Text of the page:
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I have a doosey here. I am new to Linux shell so bare with me...

I need to replace a whole bunch of PHP super globals in a clients website with a PHP function I made to clean the superglobals from xss attacks.

Here is what the original code might look like:

echo $_REQUEST['HELLO1'] . ' AND ' . $_REQUEST['HELLO2'];

I need it to look like this:

echo MYCLASS::myfunction($_REQUEST['HELLO1']) . ' AND ' . MYCLASS::myfunction($_REQUEST['HELLO2']);

The main issue, I need to do a search/replace on over 100 files! Yikes!

So my solution was this (in linux shell):

sudo sed -i 's/\$_REQUEST[.*\]/MYCLASS::myfunction(&)/g' *.php

This works great as-long-as only one instance of "$_REQUEST" occurs per line... However with multiple instances, it screws up and does this:

echo MYCLASS::myfunction($_REQUEST['HELLO1'] . ' AND ' . $_REQUEST['HELLO2']);

I am now pulling my hair out!

Any Linux shell experts out there can help I hope?

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5 Answers 5

up vote 1 down vote accepted

Try this sed command:

sed -i.bak 's/\$_REQUEST\[\([^]]*\)\]/MYCLASS::myfunction(\1)/g' *.php

or in perl:

perl -pe 's/\$_REQUEST\[([^]]*)\]/MYCLASS::myfunction(\1)/g' file.php
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this was much quicker than the Perl script.. thanks! –  Kevin Florida Apr 29 '11 at 19:49
    
You are welcome, I provided you a perl 1 liner as well in answer above to do same. –  anubhava Apr 29 '11 at 20:03
    
I have one issue though.. It replaces $_REQUEST[' '] WITH $_REQUEST(' ') any idea how to fix? –  Kevin Florida Apr 29 '11 at 20:05
    
I think I figured it.. –  Kevin Florida Apr 29 '11 at 20:06
    
changed myfunction(\1) to myfunction([\1]).. that did it! thanks! –  Kevin Florida Apr 29 '11 at 20:08

The problem is that .* is greedy and will find the longest possible match it can. To work around that use [^]]* instead so that you don't inadvertently grab up an extra set of square brackets.

sudo sed -i 's/\$_REQUEST\[[^]]*\]/MYCLASS::myfunction(&)/g' *.php

In other regex dialects you could also write .*? to make the wildcard non-greedy, but that doesn't appear to work in sed (at least not in my version, not even with sed -r).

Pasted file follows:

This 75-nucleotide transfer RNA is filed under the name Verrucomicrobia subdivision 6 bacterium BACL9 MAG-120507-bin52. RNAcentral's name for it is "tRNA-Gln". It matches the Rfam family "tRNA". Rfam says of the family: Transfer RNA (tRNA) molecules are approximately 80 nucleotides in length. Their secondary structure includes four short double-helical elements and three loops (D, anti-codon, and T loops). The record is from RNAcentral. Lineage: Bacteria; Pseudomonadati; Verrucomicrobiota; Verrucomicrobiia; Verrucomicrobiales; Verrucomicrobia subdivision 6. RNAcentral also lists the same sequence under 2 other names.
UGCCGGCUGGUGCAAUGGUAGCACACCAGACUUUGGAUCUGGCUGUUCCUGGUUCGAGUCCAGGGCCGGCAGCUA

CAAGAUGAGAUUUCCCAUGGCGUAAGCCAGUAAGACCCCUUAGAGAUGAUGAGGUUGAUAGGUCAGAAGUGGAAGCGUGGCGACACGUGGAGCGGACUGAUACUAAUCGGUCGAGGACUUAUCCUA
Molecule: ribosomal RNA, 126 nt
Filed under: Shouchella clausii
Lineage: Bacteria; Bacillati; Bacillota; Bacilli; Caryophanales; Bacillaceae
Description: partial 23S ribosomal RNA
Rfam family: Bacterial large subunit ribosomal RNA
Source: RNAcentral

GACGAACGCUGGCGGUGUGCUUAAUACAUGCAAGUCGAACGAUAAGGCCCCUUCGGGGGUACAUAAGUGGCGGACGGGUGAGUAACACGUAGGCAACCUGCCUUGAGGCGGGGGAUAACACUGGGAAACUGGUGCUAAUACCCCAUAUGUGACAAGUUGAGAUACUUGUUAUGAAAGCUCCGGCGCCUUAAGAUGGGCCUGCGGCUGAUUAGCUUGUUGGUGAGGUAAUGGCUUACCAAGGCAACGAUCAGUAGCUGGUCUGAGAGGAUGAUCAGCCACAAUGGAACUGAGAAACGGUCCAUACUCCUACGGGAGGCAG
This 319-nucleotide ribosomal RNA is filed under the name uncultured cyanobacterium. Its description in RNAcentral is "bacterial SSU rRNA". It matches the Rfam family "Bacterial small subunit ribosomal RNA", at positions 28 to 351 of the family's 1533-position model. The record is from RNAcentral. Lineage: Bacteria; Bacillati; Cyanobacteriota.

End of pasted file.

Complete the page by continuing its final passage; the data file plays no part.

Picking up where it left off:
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Thank you for your help. The .*? concept is interesting. the answer doesn't work. We are trying the .*?. Thanks! –  Kevin Florida Apr 29 '11 at 19:08
    
Looks like your answer helped solve this one. Thanks. –  Kevin Florida Apr 29 '11 at 19:35

In Perl, the following script will work where you pass the script the name of the file you are interested in
lets say the script is t.pl and your file is file.php
to output back to file.php
perl t.pl file.php > file.php
to output to another file so you don't overwrite your original
perl t.pl file.php > another_file.php

#!/usr/bin/perl

$FILE_NAME = $ARGV[0];

open (FILE_NAME) or die ("Could not open FILE_NAME information file: $FILE_NAME \n");
@file_contents = <FILE_NAME>;
close (FILE_NAME);


foreach $line (@file_contents) {
       chomp($line);
       $line =~ s/\$_REQUEST\[.*?\]/MYCLASS\:\:myfunction\($&\)/g;
       print $line." \n";
}

exit;

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Not sure I should have gotten the solution marking because I didn't use sed but glad this Perl script works for you. –  Troy Apr 29 '11 at 19:35

sed 's/\$_REQUEST\[[^]]*\]/MYCLASS::myfunction(&)/g'

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This should do it:

sed -i "s/\$_REQUEST\[\([^\x5d]*\)\]/MYCLASS::myfunction(\1)/g" *.php

I had a lot of trouble matching ], so I've punted with \x5d.

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I am getting an "-e expression #1, char 43: invalid reference \1 on `s; command's –  Kevin Florida Apr 29 '11 at 18:30
    
Try making it s/\$_REQUEST\[\([^\]][^\]]*)\]/ .... –  shellter Apr 29 '11 at 19:18

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